Monday, August 24, 2009

Hymn-ing it up at the Hymn Society

This summer I had the great pleasure of attending my first-ever conference of the Hymn Society in Canada and the United States. It was held at St. Olaf College in Northfield, outside of Minneapolis-Saint Paul, MN. I was lucky enough (along with my friend Chelsea from school – yay!) to be accepted as one of nine Lovelace Scholars, whose conference fees are provided by the Hymn Society in honour of the work of composer (and native Texan) Austin C. Lovelace.

Going to the Hymn Society was like meeting someone your friends have talked up to you for years. My parents have been going to the conferences for quite a while now, as my Dad served as President on the executive committee, a six-year undertaking. That made my Mom the First Lady.



My parents, you can imagine, were getting a pretty big kick out of my being there, and I had a great time meeting friends of theirs whom I've heard about for years (all of them delightful. Oh, and Richard Leach, I know you're reading this: I never got to sing "Waiting for Messiah" to you. *single tear*)

It was a great conference. The Hymn Society is a meeting of all those across North America who love singing, love congregational song, love hymnological organ literature, love historical hymnology, and so forth. I had thought it would be fun, but I wasn't prepared for how moving it would be to arrive at the first evening hymn festival and join three hundred and fifty people in singing "Joyful, joyful, we adore thee." It was electrifying. That experience was preceded by my sitting down in a pew next to Pat Michaels, who just happens to be the writer of "Sometimes a healing word is comfort." Not only do I happen to love that text, but I did a paper last year on the tune with which that text is paired in the PCC Book of Praise, Wer Nur Den Lieben Gott. I proceeded to tell Pat Michaels this, of course. And he told me the story of how he came to write that text. How cool is that?? That's what happens at the Hymn Society.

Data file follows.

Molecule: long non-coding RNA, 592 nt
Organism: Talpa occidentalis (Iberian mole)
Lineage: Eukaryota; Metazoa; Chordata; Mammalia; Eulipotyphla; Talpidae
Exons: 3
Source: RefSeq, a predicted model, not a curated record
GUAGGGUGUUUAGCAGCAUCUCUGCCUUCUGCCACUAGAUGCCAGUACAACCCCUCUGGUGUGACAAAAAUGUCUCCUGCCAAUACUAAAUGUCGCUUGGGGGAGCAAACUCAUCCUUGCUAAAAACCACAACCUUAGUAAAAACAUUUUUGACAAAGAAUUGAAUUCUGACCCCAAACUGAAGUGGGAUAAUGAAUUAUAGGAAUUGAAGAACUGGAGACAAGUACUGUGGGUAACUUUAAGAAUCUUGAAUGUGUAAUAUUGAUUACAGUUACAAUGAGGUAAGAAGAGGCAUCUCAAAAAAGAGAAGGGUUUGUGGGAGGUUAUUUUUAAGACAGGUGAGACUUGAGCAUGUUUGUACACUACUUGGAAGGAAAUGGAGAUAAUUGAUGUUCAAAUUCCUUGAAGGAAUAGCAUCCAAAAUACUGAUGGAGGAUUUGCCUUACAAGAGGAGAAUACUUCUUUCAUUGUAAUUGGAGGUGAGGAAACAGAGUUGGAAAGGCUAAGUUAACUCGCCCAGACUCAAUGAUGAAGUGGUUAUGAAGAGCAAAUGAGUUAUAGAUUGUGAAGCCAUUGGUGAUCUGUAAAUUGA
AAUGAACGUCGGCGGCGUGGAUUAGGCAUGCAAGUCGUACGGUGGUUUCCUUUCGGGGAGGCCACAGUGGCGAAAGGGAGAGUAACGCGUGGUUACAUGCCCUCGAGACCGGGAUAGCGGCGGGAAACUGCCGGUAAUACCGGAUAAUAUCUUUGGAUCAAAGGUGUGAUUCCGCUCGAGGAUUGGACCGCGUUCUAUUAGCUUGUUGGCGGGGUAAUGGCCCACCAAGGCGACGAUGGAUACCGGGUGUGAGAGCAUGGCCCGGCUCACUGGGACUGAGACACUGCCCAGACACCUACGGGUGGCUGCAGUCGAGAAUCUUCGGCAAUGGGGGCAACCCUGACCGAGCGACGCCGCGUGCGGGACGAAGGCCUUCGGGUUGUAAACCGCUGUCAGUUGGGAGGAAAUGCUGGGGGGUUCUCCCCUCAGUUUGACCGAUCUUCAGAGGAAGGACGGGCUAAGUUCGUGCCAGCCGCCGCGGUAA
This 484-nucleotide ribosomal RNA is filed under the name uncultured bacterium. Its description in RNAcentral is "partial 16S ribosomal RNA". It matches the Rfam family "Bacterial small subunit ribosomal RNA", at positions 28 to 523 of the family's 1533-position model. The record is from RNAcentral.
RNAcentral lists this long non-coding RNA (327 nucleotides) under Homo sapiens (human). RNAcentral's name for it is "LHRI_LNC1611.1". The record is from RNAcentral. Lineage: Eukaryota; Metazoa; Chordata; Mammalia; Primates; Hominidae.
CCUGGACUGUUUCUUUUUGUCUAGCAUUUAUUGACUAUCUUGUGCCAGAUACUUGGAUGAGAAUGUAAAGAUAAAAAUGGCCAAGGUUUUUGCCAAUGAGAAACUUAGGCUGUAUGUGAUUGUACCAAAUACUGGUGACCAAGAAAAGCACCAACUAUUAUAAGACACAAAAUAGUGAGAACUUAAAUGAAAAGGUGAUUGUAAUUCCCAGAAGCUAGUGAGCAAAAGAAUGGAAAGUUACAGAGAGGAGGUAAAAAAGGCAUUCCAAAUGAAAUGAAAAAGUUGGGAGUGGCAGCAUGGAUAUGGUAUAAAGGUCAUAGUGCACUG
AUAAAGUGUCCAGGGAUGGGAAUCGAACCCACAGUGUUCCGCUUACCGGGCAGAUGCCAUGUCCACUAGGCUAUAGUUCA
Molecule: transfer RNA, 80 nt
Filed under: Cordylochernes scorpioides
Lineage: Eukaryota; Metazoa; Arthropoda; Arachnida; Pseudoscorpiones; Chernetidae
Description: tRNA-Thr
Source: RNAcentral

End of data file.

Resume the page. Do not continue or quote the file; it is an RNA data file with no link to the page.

Cooler still was, later in the hymn festival, opening our hymnals to "God the sculptor of the mountains," written by my Dallas buddy John Thornburg, and all singing it together. And he was there in the room, singing it too! We were, like, singing it to him! So cool! (Sidebar: you may be reading this thinking, "this girl is a real nerd." To that I say two things, one: we are all nerds at the Hymn Society. We have embraced our nerddom. Some to a greater degree than others. I, for one, choose to celebrate it. Two: it took you that long to figure me out? You are slow.)

My parents both have laughed to me that so many talented people, who are highly regarded in their field, come to the Hymn Society and sweat through the week until it is their turn to present. And I thought "aaw, that's cute." I mean, this is people like John Thornburg and Michael Hawn and Jorge Lockward and David Eicher, and they are all brilliant and then get all nervous at the thought of actually doing something up in front of each other. Well, we get there on the first night and all these people start coming and saying hello to my parents and me, and you know, I started to sweat. Most of these people were either my current professors, or had written books I am studying, or wrote hymns I have done research papers on. And, I had been asked to do a dramatized reading of the "Prodigal Son" story at the Wednesday night hymn festival. Eep!

It made it that much more fun being there with Chelsea – we were roomies, of course. And, we made a new friend, Meredith, who is doing her master's in Appalachian music, specializing in seven-shape shapenote music (read: hymn nerd.)